Tawse Pét-Nat 2017 ($25, winery now, 90 points) — This first pét-nat from Tawse is a single-vineyard, 100% certified organic and biodynamic Chardonnay that’s undisgorged (fermented in the bottle), unfiltered and essentially a natural, spritzy Pétillant Naturel made using the méthode ancestral that pre-dates Champagne. It shows a golden yellow colour in the glass with a mellow bubble and aromas of flint and white flowers followed by a melange of citrus, bin apple and subtle pineapple. It’s soft and mellow on the palate with a gentle bead that yields tropical fruits, citrus and a rich vein of minerality through a brisk finish. Nothing too fussy here, just good, honest, spritzed up Chardonnay with a bit of funk.

Tawse Quarry Road Pinot Noir Sparkling Rosé 2016 ($30, winery now, 91 points) — Traditionally made sparkler from single-vineyard Pinot Noir that spends 12 months on the lees. It shows a vibrant pink/amber hue in the glass with a modest but persistent bead. The nose displays delicate red berries, touch of peach and citrus with pretty red flowers. It’s vigorous and perky with red fruits dancing on the palate and stays lively through the finish. Fresh and delicious style.

Tawse Laundry Vineyard Blanc de Noir Sparkling 2014 ($30, winery now, 92 points) — Another single-vineyard sparkler from Tawse that sources this 100% Pinot Noir from the sustainably farmed Laundry Vineyard. It shows a vibrant and fresh nose of strawberries, lemon, grapefruit, biscuit, lovely minerality/salinity and creamy notes from three years of lees aging. It has a firm acidic spine that keeps the citrus, green apple, yellow pear and grapefruit lively and fresh through the finish. There is a vein of flinty minerality that shines on the mid-palate.

A Chardonnay

Tawse South Bay Chardonnay 2015, Prince Edward County ($35, winery now, 93 points) — This second edition of Chardonnay is sourced from Huff Estate’s South Bay parcel in Prince Edward County and sees 12 months of French oak. It’s a nice addition to the estate’s single-vineyard, terroir-driven Chardonnay program that produces some of this country’s finest examples of this versatile grape. There is such a rich flintly/stony elegance on the nose with notes of apple, pear and integrated oak spice. It’s mouth-filling and vibrant on the palate with pure apple, poached pear, elegant spice and profound minerality notes all perfectly balanced and finessed through the finish. This is fresh and lively from start to end with layers of complexity and pleasure. Nice job.

The reds

Tawse Grower’s Blend Pinot Noir 2016 ($26, Essentials listing at LCBO and 2016 vintage will emerge when 2015 vintage sells out, 89 points) — This is a blend of select Niagara Vineyards with the Pinot Noir aged in French oak barrels for 14 months. It’s highly aromatic with a nose of red currants, raspberry bramble, cherry tart and spice. That spice really shines on the palate and melds nicely with the savoury red fruits, cassis and medium+ tannins and acidity. Good little Pinot here for the money.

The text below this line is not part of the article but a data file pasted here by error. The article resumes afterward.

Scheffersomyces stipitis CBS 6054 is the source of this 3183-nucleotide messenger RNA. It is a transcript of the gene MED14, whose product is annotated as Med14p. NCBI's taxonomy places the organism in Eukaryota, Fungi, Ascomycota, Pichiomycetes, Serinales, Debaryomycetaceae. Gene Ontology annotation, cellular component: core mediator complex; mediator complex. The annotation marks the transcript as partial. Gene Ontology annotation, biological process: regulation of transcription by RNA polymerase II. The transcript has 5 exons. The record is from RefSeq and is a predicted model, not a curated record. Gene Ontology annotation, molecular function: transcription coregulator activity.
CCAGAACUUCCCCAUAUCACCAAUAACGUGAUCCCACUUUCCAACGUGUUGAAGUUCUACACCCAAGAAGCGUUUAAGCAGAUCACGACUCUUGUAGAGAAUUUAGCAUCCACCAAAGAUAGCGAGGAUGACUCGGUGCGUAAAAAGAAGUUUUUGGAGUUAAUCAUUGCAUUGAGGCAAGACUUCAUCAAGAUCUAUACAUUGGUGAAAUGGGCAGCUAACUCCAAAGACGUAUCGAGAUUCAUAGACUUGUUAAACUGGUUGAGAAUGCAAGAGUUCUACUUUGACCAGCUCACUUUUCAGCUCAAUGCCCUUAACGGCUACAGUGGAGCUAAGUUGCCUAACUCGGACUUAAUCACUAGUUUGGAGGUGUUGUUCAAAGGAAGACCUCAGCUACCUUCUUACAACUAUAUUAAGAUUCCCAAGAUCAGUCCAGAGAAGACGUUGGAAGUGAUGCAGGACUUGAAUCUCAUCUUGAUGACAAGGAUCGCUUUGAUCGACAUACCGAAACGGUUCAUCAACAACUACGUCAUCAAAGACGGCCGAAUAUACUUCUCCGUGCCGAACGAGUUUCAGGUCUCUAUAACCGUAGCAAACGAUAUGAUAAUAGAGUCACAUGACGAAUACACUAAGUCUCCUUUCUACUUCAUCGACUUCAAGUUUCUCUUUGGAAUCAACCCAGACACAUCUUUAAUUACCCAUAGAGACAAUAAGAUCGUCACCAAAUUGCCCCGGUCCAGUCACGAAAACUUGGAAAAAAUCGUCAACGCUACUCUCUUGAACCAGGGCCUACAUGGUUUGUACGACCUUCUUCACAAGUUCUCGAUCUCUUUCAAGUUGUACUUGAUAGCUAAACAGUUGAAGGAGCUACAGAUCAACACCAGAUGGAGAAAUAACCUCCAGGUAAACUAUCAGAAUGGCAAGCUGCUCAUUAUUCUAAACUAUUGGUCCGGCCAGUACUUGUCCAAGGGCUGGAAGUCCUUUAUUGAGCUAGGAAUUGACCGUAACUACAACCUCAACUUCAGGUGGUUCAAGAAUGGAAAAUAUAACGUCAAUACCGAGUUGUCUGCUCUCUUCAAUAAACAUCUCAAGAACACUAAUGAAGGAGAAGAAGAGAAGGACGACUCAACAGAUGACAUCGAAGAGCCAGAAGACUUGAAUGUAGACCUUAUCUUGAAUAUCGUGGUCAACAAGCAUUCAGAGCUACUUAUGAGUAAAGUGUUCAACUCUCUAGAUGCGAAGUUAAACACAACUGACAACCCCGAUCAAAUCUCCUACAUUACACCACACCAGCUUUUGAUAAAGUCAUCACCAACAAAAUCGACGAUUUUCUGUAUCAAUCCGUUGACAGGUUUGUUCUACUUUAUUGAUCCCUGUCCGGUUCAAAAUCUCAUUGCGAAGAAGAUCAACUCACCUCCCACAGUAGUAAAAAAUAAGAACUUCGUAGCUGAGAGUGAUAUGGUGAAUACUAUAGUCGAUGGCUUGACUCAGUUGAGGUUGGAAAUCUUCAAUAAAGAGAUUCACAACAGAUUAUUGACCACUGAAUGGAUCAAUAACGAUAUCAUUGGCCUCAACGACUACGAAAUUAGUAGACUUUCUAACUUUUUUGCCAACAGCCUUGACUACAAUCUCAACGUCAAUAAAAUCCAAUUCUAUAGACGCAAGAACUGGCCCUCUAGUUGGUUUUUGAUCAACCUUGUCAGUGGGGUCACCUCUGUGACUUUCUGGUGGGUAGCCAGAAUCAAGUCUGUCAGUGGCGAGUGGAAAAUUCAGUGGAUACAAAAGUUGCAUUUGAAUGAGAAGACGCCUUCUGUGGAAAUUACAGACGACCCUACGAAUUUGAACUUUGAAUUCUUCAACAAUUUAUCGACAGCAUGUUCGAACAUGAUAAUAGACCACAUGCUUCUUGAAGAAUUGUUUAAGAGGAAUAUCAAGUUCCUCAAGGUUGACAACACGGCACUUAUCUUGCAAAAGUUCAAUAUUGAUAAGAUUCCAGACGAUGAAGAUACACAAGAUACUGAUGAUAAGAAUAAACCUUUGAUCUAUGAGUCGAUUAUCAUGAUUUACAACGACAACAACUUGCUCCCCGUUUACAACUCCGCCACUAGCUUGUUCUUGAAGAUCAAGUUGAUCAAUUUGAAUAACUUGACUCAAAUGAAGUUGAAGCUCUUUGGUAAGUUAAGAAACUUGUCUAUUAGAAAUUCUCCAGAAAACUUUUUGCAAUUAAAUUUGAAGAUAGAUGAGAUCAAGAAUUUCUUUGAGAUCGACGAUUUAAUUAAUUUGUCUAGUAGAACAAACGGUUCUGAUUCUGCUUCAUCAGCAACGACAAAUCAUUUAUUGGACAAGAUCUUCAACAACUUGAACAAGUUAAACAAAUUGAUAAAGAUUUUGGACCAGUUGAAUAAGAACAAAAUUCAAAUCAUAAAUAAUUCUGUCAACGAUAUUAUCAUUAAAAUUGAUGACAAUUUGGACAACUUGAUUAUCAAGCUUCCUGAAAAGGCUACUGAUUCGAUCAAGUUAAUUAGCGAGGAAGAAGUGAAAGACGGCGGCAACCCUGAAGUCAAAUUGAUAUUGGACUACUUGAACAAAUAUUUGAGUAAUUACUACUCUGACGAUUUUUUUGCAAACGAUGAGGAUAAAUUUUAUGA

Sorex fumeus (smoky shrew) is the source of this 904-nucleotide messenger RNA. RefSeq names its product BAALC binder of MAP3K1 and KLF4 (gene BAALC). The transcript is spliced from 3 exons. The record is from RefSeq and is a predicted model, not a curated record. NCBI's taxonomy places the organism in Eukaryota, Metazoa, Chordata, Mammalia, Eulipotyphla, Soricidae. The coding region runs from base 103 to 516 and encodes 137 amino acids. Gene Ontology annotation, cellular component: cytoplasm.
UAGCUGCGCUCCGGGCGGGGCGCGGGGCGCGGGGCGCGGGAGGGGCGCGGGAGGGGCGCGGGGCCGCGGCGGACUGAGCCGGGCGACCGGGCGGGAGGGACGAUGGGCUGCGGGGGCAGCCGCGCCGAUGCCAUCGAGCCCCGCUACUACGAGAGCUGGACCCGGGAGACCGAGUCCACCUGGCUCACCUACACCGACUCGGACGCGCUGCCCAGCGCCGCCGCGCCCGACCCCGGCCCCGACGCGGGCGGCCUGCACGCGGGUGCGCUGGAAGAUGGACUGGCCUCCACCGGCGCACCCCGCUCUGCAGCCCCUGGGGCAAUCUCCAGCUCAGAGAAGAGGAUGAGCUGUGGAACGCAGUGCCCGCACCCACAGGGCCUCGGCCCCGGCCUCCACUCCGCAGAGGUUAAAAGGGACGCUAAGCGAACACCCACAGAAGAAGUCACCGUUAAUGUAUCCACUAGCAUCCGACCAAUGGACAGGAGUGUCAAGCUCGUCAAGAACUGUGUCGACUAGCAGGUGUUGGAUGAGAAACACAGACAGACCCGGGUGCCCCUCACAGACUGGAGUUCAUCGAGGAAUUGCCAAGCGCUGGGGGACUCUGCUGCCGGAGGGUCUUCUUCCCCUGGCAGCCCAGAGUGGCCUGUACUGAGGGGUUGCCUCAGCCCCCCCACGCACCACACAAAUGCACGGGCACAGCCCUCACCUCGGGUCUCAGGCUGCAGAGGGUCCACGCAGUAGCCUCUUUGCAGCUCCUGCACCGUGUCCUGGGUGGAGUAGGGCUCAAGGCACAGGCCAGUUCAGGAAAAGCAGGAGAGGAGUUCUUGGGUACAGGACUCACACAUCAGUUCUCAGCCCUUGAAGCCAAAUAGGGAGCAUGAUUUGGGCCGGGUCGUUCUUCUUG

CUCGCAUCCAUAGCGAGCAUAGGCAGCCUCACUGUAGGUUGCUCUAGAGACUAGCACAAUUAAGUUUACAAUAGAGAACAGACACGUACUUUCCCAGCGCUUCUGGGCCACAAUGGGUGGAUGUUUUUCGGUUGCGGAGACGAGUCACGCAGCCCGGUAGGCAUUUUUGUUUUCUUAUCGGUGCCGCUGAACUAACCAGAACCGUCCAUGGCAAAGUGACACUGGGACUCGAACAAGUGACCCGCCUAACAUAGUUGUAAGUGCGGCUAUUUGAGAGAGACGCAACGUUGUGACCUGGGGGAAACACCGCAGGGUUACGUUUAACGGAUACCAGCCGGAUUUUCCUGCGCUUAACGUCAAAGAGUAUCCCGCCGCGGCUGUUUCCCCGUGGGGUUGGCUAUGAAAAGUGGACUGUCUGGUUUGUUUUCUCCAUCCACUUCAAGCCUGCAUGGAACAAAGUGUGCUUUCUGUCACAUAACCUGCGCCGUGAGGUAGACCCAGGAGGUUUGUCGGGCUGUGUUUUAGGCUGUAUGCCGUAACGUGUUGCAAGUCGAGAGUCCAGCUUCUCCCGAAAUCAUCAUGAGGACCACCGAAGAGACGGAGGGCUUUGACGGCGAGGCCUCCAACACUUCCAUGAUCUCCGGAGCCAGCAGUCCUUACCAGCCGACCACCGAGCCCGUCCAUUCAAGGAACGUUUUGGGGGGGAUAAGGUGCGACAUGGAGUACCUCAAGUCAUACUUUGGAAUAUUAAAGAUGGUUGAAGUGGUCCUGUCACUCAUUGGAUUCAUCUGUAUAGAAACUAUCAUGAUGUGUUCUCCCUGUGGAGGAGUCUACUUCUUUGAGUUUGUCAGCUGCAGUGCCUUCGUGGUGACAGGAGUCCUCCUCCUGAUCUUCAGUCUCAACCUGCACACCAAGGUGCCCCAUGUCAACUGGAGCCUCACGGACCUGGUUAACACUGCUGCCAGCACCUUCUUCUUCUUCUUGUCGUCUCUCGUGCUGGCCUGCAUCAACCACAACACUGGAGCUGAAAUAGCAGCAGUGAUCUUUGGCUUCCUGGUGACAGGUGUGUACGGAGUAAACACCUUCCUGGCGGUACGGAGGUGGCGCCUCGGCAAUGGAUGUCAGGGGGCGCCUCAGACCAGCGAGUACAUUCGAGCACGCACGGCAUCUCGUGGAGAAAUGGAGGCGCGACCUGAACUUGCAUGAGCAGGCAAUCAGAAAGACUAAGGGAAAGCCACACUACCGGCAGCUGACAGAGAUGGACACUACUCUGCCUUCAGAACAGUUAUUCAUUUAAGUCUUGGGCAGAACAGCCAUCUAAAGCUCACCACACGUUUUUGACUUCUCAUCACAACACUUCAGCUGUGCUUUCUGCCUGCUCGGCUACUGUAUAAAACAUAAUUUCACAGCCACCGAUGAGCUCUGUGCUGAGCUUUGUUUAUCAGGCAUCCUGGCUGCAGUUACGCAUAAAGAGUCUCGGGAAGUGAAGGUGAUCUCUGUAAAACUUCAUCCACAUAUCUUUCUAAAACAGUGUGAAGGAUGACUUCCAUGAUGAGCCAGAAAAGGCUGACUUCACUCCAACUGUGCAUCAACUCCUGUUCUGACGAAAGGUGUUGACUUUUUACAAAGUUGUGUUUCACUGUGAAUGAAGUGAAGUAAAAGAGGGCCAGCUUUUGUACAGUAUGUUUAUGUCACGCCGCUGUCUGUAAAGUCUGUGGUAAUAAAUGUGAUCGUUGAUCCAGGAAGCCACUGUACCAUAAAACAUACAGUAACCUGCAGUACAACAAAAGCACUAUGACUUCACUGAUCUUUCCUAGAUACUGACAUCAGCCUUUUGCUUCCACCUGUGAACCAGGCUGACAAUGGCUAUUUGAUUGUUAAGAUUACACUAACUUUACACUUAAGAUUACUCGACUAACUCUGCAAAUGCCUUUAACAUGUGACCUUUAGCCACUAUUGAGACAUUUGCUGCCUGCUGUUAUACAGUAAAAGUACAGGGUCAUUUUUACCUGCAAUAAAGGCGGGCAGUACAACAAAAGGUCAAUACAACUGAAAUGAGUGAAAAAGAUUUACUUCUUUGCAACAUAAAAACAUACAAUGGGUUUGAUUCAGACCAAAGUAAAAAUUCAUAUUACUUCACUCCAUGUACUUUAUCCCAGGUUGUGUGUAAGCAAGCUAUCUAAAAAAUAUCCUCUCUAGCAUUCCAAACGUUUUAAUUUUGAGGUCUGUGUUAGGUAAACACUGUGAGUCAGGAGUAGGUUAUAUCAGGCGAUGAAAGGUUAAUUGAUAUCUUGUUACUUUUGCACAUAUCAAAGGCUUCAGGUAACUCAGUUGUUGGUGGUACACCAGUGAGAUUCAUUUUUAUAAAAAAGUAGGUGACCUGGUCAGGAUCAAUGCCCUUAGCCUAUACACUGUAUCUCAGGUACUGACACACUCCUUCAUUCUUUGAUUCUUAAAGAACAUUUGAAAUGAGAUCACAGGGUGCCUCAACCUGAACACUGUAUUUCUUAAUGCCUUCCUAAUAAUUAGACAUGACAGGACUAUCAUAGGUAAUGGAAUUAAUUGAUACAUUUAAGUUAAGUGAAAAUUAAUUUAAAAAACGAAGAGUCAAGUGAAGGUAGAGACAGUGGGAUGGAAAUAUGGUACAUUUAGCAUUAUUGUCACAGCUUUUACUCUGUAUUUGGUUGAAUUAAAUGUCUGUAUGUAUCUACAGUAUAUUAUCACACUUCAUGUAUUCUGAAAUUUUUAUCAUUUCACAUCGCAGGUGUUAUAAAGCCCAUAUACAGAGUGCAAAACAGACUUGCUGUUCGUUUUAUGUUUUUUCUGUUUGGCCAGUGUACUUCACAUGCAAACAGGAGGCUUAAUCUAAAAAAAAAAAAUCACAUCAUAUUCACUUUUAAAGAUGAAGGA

Tawse Redfoot Vineyard Gamay 2016 ($29, winery now, Vintages in 2019, 91 points) — Tawse does Gamay a little different than most in Niagara. Pender likes a richer, deeper style with a bit of spice (8 months in French oak) in the background, which he achieves with this single vineyard version. So, on the nose, plums, black cherry, blackberries, earth, raspberry bramble and spice notes. It’s soft and personable on the palate with juicy dark fruits, touch of raspberry, integrated spice and all delivered on a bed of smooth tannins.

Tawse David’s Block Merlot 2013 ($50, winery, 93 points) — After a horrible winter in 2014, this is the last vintage ever of the David’s Block Merlot and it’s going out with a bang. Despite a cooler vintage in 2013, Pender has given this Merlot a proper send off. It has a gorgeous, irresistible nose of black currants, sweet tobacco, and array of elegant spice notes, earth, kirsch, ripe blackberries and earthy/brambly notes. It’s thick and juicy on the palate and shows a range of currants, black pipe licorice, graphite, earth, meaty notes and layers of complexity and spice. This is a highly structured Merlot with a firm tannic backbone and will continue to improve in bottle for five+ years.

Tawse Cabernet Sauvignon Icewine 2017 ($36 for 200 mL, winery now, Vintages in 2019, 92 points) — A knockout nose of brilliant raspberry, thick cherry and integrated herbs and bramble notes. It’s unctuous on the palate but not cloying due to relatively high acidity. It shows a range of sweet red fruits that are rich and luxurious on the finish. Decadent red icewine for those special occasions.

Photo of the writer and winemaker (distiller) Paul Pender. Photo courtesy of Tawse.

Note: A selection of new wine reviews from sister winery Redstone Winery coming soon.